Arduino Watch Project

16 June 2018

I’ve recently started wearing a watch every day after eschewing the practice for around 35 years. As a result, I’ve gotten pretty interested in cheap, reliable, digital watches like the old Casio F-91W (which costs around $15 brand new). I’ve also, unsurprisingly, gotten pretty opinionated about what a watch is, and does, and how I want one to behave and look. After napkin-sketching some ideas and spending a couple bucks at Adafruit, I decided to build my own. For thorough development, build, and UX details ignore that thrashing sound (poor Douglas Adams rolling over in his grave) and read on. There’s a GitHub repository for the code I’m writing.

The Problems

But I wanted a little more. It’s clunky to set the time on a watch, and I travel sometimes, so setting the watch via an app or other method would be great. They’re hard to read in when it’s dark, even with the tiny illumination LED they pack, so a brighter screen would help too. Finally, the watch faces on the cheapo digitals leave a lot to be desired and sometimes the preconfigured modes are haphazard and tough to read at a glance. It would be nice to have full control over each pixel of that little 1″ display.

TL;DR Features for V1:

  • Sync time with iOS/Android via Bluetooth LE
  • Display customizable date/time readout on 1-1.5″ display
  • Run on battery for 3+ hours

Detailed Thoughts on Why I Chose These Parts

I wanted to stick with what I knew was low-power and easy to code, so Arduino-based was the obvious choice. When it comes to tiny-but-powerful Arduino boards the ItsyBitsy line hits the right spot of inexpensive, tons of pins, and excellent community support. It’s got enough pins to support several pin-heavy breakouts to support our goals of remotely setting the time and displaying a customizable face, and it’s low-power enough that it should be able to run for some time on a small battery.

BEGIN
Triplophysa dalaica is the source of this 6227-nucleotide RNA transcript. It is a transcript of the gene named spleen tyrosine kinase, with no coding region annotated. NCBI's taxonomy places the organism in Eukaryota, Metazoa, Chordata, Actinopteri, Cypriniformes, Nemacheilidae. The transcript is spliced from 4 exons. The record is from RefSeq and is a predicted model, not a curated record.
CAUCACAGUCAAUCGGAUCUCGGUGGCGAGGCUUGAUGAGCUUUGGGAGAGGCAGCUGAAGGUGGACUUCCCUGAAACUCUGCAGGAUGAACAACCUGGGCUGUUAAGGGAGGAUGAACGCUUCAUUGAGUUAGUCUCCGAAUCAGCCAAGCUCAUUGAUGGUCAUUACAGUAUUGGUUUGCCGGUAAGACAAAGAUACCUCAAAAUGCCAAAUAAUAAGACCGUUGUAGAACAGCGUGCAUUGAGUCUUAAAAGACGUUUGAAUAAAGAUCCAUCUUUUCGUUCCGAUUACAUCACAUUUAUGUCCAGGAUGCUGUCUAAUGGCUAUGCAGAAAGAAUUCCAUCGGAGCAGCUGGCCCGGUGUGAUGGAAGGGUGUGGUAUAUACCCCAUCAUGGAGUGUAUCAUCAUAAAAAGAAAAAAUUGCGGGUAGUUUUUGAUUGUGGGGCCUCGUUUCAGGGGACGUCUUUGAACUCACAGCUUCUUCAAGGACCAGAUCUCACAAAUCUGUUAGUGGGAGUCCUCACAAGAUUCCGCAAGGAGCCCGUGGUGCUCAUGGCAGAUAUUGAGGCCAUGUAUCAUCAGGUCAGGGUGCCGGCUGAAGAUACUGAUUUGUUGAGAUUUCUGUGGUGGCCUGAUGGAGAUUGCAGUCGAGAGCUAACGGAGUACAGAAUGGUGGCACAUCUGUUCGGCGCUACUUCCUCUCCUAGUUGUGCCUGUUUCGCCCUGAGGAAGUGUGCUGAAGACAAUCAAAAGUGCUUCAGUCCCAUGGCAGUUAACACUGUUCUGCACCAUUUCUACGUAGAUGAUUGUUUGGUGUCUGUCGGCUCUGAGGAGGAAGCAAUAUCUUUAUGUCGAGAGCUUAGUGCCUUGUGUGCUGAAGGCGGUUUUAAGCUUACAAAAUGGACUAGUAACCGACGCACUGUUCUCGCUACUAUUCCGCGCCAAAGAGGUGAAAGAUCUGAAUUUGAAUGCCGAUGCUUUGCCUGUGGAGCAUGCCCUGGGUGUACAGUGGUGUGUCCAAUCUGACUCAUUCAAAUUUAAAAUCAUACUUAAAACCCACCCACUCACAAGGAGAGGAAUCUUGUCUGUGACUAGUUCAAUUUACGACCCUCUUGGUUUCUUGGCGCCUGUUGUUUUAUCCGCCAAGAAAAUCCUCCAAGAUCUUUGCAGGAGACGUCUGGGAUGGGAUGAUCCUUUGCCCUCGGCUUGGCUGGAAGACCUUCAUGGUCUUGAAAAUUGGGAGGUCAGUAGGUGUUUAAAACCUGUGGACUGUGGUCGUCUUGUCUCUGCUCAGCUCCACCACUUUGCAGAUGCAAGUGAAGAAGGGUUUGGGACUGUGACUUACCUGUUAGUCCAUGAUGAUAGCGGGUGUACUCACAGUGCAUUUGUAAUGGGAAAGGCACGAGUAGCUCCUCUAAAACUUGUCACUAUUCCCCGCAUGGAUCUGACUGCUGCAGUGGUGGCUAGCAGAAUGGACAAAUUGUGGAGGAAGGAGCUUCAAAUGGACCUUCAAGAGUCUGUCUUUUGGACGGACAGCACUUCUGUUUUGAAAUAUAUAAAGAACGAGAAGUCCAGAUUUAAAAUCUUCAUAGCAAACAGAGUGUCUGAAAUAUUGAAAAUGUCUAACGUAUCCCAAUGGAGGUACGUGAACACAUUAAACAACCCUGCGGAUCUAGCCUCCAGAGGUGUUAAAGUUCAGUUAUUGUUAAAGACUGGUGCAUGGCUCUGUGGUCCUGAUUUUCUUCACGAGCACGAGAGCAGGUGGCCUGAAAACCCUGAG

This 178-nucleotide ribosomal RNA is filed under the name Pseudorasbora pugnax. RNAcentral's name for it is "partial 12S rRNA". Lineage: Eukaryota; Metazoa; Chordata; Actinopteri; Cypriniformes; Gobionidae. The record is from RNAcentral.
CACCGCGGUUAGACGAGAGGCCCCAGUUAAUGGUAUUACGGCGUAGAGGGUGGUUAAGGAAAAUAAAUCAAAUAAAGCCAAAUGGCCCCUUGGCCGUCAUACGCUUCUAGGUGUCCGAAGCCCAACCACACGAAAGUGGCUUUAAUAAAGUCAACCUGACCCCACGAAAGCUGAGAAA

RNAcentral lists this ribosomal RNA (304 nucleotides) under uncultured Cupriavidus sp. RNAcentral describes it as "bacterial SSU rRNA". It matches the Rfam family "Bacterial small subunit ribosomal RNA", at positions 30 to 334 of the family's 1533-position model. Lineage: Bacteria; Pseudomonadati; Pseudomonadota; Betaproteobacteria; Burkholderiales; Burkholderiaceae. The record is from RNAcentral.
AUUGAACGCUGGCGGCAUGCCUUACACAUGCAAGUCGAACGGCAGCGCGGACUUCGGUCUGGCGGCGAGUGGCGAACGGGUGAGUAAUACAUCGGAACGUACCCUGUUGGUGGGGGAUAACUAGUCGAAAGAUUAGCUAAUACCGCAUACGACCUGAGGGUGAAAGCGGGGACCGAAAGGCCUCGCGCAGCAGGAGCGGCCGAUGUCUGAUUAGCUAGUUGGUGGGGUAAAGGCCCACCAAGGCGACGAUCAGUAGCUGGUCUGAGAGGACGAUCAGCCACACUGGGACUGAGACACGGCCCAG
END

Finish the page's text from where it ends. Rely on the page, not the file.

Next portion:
Since Bluetooth is ubiquitous now and Bluetooth LE modules have gotten cheap I decided to try using that for setting the time, via serial commands. This way we can sync the clock with an iOS or Android or Windows or Whatever device on startup, and really just let it roll. Maybe we re-sync a couple of times a day, but we shouldn’t “drift” much with the excellent Arduino Time library. The library also lets us set the clock by transmitting a UNIX timestamp prefixed by T, like so: T1529265357.

I’d shopped around for some nice looking monochrome OLED displays, which are really bright even in total darkness, for a previous project. The ones Adafruit sells have the added benefit of being able to run off of the 3.3V our ItsyBitsy will provide.

Some Process

This also means we only have to care about sending one string one time to the watch to get started, but we still have to do all the boring, complicated, Bluetooth LE setup stuff. Luckily Adafruit has a great line of Bluetooth LE breakout boards and libraries which does it for us.

Parts List

Here’s a quick parts list (no, I’m not getting a kickback on these):

Total bill of materials, so far: $68.48

Future Features:

  • Visual, grid-based, watch face maker iOS app
  • A case, band, gauntlet, whatever
  • Share faces via in-app camera QR code recognition
  • I’d like to enable some kind of tap/haptic feedback switch though
  • A cute little buzzy speaker

Dumb Ideas:

  • Use as the world’s worst bluetooth mic
  • Gameboy Camera quality video calling
  • Stream 1-bit video at 1 fps to the watch for no good reason

More Media

The watch telling time in H:M:S format (from UNIX epoch).

I fried the ItsyBitsy programmer somehow, now I can’t write to it:

Hello There

My name is Phil Nelson and I make beautiful things for a troubled world. I'm a designer / developer / writer / director / editor / narrator at Occipital.

Stuff I Make

More To See and Read

Browse the Archives

Hey. What're you doing all the way down here? You get lost? Just looking around? Cool. I like you.